There are three zones of the electromagnetic spectrum with special interest in the determination of chemical compounds:

• Visible-ultraviolet radiation has adequate energy to produce molecular electron transitions at higher energy levels. It is the so-called UV spectroscopy, whose usefulness is mainly limited to the determination of molecules with unsaturations.
• Infrared radiation produces transitions between vibrational levels of a molecule. The bonds between the atoms of a molecule are not rigid, but vibrate around an equilibrium position, and infrared radiation is capable of taking these bonds to higher vibrational energy levels. This is called infrared (IR) spectroscopy.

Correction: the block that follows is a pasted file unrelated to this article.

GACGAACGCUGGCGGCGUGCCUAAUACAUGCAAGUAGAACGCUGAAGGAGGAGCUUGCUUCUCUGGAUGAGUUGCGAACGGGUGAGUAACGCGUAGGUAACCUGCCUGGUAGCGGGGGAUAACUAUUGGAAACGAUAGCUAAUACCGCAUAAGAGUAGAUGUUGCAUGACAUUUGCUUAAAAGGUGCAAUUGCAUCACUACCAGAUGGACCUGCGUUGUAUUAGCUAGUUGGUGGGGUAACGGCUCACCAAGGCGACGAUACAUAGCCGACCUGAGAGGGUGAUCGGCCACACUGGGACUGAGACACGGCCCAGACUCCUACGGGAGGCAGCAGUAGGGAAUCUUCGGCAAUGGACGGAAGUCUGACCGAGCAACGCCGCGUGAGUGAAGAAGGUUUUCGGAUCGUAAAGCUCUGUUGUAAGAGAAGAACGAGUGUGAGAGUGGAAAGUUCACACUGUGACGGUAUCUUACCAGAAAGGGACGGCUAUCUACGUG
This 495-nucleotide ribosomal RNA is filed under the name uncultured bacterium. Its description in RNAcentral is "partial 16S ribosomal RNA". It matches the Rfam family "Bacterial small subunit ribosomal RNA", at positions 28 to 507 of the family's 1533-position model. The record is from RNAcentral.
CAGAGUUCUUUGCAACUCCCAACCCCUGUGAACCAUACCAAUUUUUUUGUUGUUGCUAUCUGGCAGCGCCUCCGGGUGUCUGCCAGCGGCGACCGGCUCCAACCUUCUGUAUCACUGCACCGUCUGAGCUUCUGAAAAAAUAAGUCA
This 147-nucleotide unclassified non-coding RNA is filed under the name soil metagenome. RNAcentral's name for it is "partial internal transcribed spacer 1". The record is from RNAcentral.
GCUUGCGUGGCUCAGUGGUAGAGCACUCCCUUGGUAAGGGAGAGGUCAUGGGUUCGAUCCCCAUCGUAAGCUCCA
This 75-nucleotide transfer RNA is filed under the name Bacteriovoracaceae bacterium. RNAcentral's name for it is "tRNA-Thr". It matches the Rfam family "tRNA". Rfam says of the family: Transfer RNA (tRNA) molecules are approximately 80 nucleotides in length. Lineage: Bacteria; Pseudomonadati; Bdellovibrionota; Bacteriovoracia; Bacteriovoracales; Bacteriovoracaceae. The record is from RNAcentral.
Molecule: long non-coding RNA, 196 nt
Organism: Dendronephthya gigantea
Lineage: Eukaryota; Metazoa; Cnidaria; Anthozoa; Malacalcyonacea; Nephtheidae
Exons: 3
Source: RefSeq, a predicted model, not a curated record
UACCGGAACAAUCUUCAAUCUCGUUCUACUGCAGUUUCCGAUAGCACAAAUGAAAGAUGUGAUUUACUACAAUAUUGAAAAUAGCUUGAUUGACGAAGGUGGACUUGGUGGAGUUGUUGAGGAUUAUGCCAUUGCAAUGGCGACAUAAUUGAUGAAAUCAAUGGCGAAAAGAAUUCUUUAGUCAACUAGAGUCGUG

• Radio waves have adequate energy to cause atomic nuclei, subjected to a magnetic field, to resonate. This technique is called nuclear magnetic resonance (NMR) spectroscopy.

Both the vibrational, electronic and nuclear spin energy levels are quantized and the energies necessary to promote the system from a lower level to a higher one are given by discrete values, characteristic of each system. A molecule will absorb electromagnetic radiation if the product $h\nu$ coincides with the energy difference between the lower level it is in and the higher one it promotes.